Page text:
Philip Smith, Former CEO of Broadway’s Shubert Organization, Dies at 89 of COVID

In 2015, Smith received a Lifetime Achievement Tony Award

philip smith
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Philip J. Smith, a Tony Award winner who led Broadway’s Shubert Organization for decades, died on Jan. 15 at age 89, the theater group announced Friday. The longtime theater executive died of complications from COVID-19, according to his daughters, Linda Phillips and Jennifer Stein.

Smith, who got his start in 1957 as box office treasurer at Broadway’s Imperial Theatre, rose through the ranks of the Shubert Organization, which owns and operates 17 Broadway theaters. He became president of the company in 1996, then chairman and co-CEO in 2008 until his retirement last year.

During his six-decade-plus career, he helped usher in many innovations in the industry — including the use of credit card purchases of tickets and computerization in ticket sales through Telecharge. He also helped to establish the TKTS discount ticket booth in Times Square.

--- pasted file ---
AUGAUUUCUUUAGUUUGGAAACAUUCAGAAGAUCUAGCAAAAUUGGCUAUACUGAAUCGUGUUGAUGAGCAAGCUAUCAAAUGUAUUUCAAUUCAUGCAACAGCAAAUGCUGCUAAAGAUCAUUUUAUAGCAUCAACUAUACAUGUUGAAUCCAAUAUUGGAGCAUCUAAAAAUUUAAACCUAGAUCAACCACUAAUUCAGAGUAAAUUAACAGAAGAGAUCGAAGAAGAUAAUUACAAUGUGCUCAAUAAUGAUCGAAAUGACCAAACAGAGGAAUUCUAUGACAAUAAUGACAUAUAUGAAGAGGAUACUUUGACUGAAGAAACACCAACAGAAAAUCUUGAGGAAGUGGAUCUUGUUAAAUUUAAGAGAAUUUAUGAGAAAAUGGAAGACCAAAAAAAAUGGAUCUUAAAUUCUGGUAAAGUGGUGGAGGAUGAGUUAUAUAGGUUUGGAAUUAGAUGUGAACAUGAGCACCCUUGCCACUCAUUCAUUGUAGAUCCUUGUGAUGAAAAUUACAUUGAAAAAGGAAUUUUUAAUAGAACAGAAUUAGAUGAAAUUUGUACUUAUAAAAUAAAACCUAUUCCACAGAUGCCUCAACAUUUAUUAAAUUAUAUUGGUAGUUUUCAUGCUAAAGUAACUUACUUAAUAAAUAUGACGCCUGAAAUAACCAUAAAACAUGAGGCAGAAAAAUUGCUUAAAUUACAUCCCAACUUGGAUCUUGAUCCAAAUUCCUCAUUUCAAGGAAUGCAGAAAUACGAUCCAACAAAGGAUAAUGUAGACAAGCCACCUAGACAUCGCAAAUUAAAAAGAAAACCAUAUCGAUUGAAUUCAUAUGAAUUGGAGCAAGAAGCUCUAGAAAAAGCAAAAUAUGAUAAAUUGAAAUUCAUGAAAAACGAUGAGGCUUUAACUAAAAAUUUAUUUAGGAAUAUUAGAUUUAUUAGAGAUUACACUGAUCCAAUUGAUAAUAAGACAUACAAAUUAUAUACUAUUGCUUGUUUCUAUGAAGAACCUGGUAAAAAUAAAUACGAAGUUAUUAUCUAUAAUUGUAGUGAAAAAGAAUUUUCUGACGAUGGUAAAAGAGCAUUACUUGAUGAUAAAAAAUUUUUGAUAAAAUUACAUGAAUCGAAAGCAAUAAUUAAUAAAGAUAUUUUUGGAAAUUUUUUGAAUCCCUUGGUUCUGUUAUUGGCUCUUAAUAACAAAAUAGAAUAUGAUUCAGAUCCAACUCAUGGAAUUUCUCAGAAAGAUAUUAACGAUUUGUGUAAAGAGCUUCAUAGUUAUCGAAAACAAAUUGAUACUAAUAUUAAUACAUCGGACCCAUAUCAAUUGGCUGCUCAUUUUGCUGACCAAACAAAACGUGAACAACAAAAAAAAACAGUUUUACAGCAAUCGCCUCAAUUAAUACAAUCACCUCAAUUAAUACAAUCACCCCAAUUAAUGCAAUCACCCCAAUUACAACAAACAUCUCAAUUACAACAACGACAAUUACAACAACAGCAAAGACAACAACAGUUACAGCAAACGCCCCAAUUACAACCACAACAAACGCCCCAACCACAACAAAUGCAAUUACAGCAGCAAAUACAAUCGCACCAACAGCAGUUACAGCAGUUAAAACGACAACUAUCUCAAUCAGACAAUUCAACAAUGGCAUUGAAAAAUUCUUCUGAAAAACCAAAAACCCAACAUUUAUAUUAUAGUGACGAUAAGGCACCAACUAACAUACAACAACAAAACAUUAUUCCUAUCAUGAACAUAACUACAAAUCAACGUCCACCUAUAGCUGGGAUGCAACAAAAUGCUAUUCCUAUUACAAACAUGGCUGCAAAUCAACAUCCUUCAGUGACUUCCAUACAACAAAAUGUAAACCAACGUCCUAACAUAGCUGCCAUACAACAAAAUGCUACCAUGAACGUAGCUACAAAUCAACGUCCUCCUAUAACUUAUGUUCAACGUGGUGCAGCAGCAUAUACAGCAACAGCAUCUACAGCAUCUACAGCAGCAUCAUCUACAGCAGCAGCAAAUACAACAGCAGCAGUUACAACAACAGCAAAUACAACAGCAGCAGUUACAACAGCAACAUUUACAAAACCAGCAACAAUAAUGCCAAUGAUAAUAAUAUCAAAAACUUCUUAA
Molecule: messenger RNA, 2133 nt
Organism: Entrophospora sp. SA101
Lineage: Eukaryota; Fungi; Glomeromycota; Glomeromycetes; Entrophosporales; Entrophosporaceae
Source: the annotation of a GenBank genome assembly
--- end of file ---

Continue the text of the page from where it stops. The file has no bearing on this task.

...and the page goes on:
Smith also served as a director and chairman of The Shubert Foundation, the nation’s largest private foundation dedicated to unrestricted funding of not-for-profit theater and dance companies. He served on the board of Broadway Cares/Equity Fights AIDS and was a leader of Catholic Senior Services.

“We have lost a giant of the American Theatre and a most beloved member of our Shubert Organization family,” Shubert Organization chairman and CEO Robert Wankel said in a statement. “Over his 63-year career, Phil Smith influenced every aspect of the professional theatre and earned the respect and admiration of everyone from the stage doormen to the greatest performers and creative talents of our time.”

In 2011, Smith accepted a special Lifetime Achievement Tony Award for his extraordinary contributions to the industry. He was also inducted into the Theater Hall of Fame and honored as a Living Landmark by the New York Landmarks Conservancy.

Smith is survived by his two daughters and their families. His wife, Phyllis Campbell, a professional dancer who appeared with Elaine Stritch in Broadway’s 1954 revival of “On Your Toes,” died in 1994.



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